To date, there are no known cases of the diplomatic premises, embassy accounts or mixed embassy accounts of Malaysia having been the subject of any enforcement proceedings, let alone successful enforcement proceedings.
Explain whether the property or bank accounts of a central bank or other monetary authority would be covered by enforcement immunity even when such property is in use or is intended for use for commercial purposes.
Case law in Malaysia is silent on this point.
Test for enforcement
Explain whether domestic jurisprudence has developed any further test that must be satisfied before enforcement against a state is permitted.
There is no further test but merely a further procedure to be followed.
The procedure for any enforcement against Malaysia or any of its states in domestic proceedings is set out in section 33 of the GPA (see question 17).
Service of arbitration award or judgment
How is a state served with process or otherwise notified before an arbitration award or judgment against it (or its organs and instrumentalities) may be enforced?
No legislation lays down the process for a state to be served or notified before an arbitration or judgment against it may be enforced.
The Arbitration Act 2005 does not prescribe any service of process or notification before an arbitration award.
History of enforcement proceedings
Is there a history of enforcement proceedings against states in your jurisdiction? What part of these proceedings is based on arbitral awards?
Yes. There are a number of cases where an arbitration award against the state government has been registered in the High Court; however, as stated above, any form of enforcement against a state is governed by section 33 of the GPA.
A landmark decision on the enforcement proceedings against the government is Minister of Finance, Government of Sabah v Petrojasa Sdn Bhd  4 MLJ 641.
Are there any public databases through which assets held by states may be identified?
Would a court in your state be competent to assist with or otherwise intervene to help identify assets held by states in the territory?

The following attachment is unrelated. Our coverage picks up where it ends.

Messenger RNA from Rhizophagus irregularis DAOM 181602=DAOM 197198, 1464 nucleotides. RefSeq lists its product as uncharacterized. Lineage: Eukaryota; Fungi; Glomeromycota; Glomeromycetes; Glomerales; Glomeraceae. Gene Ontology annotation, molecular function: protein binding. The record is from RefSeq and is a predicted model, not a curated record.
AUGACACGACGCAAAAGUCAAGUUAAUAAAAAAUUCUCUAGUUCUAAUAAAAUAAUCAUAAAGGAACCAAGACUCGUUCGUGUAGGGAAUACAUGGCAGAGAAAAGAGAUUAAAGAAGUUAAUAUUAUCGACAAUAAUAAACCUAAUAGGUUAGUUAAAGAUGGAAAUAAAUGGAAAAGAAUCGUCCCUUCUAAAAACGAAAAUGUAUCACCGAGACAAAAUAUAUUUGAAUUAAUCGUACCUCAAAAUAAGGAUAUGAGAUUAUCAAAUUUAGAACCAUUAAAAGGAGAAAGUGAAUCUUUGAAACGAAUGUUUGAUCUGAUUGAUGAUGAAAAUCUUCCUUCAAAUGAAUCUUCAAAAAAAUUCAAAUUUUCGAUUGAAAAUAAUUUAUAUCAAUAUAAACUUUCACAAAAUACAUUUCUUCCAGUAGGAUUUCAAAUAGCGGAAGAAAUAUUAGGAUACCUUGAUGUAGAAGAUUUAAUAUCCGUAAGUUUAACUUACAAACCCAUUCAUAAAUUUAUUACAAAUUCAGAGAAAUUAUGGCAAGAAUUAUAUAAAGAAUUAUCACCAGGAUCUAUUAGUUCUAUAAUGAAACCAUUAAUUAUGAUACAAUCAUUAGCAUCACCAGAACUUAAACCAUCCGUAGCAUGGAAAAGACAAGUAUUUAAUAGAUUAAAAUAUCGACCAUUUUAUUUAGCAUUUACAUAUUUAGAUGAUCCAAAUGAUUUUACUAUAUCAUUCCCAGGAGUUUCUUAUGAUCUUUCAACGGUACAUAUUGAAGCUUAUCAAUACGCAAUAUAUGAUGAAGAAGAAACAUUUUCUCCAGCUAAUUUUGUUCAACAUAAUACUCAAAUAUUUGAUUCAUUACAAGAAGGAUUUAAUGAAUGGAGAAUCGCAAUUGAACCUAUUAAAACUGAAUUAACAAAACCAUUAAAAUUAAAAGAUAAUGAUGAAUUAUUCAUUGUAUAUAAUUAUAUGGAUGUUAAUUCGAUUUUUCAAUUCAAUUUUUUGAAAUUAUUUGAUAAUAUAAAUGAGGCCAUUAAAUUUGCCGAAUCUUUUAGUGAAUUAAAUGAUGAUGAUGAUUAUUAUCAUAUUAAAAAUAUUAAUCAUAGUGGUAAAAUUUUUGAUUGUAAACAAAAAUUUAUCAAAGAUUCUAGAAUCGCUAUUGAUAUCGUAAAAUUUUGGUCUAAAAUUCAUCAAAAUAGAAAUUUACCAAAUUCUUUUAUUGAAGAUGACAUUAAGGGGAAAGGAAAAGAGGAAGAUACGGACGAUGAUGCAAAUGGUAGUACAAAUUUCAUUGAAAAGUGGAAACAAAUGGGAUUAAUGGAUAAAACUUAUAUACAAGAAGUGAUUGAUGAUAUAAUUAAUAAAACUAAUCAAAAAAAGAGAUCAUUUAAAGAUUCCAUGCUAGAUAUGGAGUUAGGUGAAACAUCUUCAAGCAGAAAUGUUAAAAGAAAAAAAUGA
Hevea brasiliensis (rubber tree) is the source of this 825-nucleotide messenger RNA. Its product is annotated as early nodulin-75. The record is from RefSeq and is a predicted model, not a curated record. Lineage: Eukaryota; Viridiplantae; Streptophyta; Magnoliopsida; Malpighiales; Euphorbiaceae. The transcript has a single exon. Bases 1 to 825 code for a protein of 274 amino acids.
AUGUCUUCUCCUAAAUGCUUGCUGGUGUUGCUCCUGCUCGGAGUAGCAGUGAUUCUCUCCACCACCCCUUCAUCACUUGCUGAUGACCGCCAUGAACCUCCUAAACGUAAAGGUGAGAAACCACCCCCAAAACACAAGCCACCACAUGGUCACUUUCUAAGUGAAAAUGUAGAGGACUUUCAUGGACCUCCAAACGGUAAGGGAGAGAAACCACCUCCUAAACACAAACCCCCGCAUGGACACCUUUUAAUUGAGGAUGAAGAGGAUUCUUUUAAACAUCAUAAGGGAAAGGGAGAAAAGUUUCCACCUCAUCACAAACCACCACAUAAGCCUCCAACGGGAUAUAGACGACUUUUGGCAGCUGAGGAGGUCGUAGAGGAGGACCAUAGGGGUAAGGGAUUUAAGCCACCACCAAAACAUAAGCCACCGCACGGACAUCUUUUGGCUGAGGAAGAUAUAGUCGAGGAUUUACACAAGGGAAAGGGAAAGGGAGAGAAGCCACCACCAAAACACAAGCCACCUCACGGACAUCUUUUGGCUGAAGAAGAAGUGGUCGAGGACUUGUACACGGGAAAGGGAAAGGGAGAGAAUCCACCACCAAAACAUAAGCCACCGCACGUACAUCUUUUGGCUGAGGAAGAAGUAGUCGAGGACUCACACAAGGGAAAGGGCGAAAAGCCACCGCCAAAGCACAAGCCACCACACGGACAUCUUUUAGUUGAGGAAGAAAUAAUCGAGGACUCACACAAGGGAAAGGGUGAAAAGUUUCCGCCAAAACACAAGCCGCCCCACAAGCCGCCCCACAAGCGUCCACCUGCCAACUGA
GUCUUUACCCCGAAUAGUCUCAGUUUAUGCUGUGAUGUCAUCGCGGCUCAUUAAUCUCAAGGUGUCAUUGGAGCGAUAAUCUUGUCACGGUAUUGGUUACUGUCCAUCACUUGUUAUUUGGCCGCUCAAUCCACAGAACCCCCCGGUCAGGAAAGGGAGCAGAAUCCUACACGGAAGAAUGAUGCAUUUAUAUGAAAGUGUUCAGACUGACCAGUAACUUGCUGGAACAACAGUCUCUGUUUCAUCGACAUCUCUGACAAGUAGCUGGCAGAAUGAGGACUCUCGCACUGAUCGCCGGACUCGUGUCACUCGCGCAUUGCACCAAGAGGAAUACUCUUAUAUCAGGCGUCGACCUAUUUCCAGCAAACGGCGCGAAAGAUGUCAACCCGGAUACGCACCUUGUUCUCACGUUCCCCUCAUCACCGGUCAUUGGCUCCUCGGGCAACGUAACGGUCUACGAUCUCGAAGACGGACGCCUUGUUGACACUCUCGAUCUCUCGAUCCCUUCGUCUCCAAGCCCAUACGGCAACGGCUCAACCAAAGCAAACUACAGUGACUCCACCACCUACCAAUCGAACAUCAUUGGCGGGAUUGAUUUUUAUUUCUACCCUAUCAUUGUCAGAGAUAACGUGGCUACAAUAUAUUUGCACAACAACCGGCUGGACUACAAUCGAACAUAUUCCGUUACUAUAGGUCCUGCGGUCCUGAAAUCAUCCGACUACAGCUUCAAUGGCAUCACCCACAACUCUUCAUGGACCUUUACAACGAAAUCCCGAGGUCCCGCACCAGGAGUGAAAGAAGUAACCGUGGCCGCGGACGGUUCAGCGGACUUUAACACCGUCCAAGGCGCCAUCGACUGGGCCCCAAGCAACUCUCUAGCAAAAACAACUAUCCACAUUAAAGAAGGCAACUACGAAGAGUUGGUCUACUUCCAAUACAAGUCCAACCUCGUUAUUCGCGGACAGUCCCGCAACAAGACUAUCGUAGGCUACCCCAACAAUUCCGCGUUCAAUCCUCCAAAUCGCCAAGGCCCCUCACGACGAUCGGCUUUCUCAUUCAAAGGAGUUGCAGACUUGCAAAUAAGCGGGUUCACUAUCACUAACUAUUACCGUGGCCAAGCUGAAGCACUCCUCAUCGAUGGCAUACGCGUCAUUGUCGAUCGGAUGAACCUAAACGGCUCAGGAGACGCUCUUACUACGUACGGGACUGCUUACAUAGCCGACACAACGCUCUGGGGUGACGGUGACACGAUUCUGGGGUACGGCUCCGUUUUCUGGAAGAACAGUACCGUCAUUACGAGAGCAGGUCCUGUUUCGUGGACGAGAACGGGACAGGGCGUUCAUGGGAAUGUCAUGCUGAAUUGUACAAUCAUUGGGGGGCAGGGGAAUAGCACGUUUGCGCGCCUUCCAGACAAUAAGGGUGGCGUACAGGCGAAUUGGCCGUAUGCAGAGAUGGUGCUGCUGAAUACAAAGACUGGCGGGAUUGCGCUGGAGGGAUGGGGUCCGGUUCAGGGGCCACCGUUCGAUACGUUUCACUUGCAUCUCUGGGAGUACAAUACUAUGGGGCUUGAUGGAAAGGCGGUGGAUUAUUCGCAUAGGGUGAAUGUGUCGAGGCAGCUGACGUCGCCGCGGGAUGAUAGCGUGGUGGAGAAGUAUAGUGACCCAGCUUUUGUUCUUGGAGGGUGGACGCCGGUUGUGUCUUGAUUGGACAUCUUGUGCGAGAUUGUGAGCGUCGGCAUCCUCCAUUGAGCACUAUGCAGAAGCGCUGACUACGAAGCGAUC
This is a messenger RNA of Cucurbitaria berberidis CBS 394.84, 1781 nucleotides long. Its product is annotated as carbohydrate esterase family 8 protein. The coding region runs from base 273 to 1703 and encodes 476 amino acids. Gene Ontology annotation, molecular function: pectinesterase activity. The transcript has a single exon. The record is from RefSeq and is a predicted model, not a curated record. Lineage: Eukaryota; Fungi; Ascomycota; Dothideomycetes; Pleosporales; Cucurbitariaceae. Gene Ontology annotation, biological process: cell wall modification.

No. Order 48 of the Rules of Court 2012, which set out that the procedure to examine of judgment debtor was held not to be an enforcement mechanism available against the government. (Minister of Finance, Government of Sabah v Petrojasa Sdn Bhd  4 MLJ 641; Menteri Besar Negeri Pahang Daruk Makmur v Seruan Gemilang Makmur Sdn Bhd  4 MLJ 360.)
Immunity of international organisations
Does the state’s law make specific provision for immunity of international organisations?
Yes. Section 4 of the International Organisations (Privileges and Immunities) Act 1992 laid down the power for the Minister charged with the responsibility for foreign affairs to grant certain privileges and immunities to certain international organisations and persons. These privileges and immunity are contained in the First to Fifth Schedule of the same Act.
Domestic legal personality
Does the state consider international organisations headquartered or operating in its territory as enjoying domestic legal personality and could such organisations be subjected to proceedings before a court or arbitral tribunal?
Section 10 of the International Organisations (Privileges and Immunities) Act 1992 provides that land may be granted, alienated, leased or transferred to or owned or held by an international organisation.
However, this Act and Malaysian case law is silent on whether such granted land (ie, international organisations headquarters) enjoys legal personality and is subject to legal proceedings.
Would international organisations in the state enjoy enforcement immunity? Are there any cases where debtors sought to enforce against a state by attaching or executing assets held by international organisations?
The international organisations will enjoy enforcement immunity if it is granted by the Minister (see question 27). However, there are no reported cases where debtors sought to enforce against a state by attaching or executing assets held by international organisations.